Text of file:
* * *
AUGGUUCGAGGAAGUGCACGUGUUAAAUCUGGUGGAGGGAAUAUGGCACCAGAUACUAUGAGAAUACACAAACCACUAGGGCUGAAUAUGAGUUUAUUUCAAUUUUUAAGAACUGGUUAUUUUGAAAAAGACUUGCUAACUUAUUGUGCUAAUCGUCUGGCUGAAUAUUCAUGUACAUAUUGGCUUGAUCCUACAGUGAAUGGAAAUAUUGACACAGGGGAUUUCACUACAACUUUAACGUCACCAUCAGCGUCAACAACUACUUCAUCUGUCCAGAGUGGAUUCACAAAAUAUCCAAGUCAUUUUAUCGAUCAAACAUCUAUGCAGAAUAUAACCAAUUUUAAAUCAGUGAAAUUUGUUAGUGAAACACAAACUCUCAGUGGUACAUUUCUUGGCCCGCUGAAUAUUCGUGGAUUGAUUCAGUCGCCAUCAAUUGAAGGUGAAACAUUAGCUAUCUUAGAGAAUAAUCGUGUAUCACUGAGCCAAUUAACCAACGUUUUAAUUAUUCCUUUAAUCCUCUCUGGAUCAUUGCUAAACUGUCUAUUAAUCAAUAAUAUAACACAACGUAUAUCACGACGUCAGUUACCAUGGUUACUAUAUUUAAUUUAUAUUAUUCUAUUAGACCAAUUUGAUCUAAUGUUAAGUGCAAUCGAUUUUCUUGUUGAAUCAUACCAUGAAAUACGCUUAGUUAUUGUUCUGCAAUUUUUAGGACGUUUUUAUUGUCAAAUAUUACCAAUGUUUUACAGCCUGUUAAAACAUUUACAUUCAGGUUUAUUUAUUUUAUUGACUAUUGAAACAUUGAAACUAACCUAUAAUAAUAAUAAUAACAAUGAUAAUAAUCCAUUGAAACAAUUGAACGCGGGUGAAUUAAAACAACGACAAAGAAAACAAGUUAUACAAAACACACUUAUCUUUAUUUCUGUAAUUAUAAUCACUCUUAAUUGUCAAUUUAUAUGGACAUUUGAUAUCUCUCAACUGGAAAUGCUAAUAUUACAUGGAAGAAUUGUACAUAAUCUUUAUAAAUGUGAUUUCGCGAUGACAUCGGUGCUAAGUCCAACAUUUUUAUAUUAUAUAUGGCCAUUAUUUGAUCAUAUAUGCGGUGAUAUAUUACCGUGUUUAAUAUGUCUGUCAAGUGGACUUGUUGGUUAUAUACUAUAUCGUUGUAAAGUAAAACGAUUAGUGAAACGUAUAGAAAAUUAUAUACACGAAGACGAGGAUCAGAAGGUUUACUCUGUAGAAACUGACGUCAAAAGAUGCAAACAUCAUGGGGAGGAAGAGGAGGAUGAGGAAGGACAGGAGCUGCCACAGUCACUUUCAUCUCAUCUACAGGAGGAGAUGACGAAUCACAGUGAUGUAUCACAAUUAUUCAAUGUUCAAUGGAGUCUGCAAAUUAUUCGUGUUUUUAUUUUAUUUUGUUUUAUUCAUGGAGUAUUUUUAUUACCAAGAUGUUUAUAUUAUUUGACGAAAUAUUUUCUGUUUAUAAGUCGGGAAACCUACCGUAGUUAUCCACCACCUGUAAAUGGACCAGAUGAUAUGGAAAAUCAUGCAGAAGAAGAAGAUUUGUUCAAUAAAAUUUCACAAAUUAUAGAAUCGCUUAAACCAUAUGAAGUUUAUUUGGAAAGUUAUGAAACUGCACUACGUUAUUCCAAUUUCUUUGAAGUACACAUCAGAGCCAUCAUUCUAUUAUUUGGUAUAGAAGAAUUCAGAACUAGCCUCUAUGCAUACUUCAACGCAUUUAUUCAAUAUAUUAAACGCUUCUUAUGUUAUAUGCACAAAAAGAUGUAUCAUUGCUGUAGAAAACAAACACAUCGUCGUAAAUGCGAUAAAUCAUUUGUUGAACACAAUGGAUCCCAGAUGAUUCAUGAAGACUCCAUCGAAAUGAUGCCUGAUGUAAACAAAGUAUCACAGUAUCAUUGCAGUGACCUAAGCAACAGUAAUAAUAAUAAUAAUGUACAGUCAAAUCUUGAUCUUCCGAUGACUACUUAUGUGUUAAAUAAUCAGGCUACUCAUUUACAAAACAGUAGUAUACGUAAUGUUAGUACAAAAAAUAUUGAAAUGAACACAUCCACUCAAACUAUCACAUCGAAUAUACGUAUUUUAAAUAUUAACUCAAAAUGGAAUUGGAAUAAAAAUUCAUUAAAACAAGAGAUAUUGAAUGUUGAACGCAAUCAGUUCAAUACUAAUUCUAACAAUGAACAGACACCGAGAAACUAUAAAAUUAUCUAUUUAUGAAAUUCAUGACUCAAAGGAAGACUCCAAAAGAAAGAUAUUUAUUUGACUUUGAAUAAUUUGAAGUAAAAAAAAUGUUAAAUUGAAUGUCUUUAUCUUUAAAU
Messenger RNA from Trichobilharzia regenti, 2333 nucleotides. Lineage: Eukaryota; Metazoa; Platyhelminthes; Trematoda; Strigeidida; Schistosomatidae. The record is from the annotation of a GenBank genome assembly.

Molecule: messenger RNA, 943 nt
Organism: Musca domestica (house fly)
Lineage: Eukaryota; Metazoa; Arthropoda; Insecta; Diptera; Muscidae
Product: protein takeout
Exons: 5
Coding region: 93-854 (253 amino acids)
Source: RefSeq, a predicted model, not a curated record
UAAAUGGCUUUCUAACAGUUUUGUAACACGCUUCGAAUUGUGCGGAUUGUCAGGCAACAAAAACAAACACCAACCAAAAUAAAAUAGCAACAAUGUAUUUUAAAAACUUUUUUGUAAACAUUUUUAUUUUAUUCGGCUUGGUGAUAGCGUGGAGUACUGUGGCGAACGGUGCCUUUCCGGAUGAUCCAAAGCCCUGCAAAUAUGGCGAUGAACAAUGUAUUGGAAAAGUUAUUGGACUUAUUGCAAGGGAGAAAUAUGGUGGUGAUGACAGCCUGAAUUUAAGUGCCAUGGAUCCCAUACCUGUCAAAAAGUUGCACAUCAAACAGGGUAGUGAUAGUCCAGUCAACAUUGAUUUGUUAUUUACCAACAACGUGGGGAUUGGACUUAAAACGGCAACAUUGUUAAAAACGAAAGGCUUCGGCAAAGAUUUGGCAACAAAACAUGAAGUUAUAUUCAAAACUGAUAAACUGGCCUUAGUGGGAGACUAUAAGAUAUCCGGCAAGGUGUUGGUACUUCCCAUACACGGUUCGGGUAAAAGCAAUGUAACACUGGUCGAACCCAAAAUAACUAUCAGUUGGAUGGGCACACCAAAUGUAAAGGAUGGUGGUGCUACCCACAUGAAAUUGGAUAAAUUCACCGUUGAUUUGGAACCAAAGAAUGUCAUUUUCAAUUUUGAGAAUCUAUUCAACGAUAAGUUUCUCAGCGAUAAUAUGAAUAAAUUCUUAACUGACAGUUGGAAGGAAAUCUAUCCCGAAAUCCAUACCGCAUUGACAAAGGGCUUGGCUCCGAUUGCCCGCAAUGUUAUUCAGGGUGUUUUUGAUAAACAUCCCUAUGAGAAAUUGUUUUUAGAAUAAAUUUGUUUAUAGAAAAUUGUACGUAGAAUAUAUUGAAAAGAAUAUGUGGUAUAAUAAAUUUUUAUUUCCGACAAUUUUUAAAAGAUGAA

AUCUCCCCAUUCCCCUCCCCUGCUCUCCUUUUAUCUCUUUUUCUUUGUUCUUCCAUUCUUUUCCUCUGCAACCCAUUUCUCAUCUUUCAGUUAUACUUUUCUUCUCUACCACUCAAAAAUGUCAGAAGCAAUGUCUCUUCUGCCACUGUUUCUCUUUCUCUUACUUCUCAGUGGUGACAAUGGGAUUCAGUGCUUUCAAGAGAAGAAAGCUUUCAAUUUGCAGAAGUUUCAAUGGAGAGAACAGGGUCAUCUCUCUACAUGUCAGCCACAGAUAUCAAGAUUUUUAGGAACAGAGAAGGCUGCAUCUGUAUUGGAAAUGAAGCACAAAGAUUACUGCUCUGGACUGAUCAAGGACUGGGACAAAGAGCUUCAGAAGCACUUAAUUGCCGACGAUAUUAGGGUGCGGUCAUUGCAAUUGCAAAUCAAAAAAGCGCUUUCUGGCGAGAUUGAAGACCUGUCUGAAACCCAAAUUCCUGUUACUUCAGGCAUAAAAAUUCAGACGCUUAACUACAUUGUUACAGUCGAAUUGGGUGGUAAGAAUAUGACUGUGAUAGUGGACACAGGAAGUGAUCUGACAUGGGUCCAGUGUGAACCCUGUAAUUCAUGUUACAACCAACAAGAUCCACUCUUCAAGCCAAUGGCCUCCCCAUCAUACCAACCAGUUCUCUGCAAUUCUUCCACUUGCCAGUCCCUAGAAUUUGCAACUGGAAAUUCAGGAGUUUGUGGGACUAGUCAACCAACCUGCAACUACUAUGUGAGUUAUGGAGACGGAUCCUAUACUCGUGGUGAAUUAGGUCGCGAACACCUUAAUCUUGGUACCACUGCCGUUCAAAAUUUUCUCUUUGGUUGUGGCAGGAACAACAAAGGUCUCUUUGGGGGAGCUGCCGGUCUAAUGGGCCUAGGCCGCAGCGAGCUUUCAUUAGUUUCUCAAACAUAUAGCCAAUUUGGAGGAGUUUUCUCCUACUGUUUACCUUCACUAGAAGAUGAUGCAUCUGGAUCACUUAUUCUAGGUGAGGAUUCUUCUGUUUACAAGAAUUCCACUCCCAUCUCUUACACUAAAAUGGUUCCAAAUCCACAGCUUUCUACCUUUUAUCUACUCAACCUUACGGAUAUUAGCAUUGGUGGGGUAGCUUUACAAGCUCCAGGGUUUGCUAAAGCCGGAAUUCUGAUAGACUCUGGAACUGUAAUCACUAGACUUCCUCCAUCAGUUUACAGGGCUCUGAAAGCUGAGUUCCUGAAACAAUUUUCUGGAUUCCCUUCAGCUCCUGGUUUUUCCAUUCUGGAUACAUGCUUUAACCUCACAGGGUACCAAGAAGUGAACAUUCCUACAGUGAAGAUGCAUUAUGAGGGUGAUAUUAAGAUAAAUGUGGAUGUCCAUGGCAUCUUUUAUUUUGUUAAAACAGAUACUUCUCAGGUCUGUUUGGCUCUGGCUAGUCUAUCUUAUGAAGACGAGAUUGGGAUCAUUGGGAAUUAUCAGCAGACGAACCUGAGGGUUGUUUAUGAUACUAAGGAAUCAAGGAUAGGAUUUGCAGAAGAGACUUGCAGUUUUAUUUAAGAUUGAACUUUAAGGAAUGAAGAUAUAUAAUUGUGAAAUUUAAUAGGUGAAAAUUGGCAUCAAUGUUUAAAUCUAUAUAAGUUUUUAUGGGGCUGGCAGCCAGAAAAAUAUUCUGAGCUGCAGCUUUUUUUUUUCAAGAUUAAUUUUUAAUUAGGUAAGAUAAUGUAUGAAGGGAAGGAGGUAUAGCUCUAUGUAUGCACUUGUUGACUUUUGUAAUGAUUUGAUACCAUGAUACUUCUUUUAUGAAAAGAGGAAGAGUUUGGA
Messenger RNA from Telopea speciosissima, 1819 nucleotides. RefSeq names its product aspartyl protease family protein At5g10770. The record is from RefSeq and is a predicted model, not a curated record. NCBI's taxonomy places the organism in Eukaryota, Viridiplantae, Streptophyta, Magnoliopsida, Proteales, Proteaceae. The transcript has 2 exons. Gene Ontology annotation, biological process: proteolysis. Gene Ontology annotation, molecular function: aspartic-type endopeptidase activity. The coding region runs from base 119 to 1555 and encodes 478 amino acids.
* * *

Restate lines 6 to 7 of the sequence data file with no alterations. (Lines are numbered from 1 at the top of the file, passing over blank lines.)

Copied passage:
Product: protein takeout
Exons: 5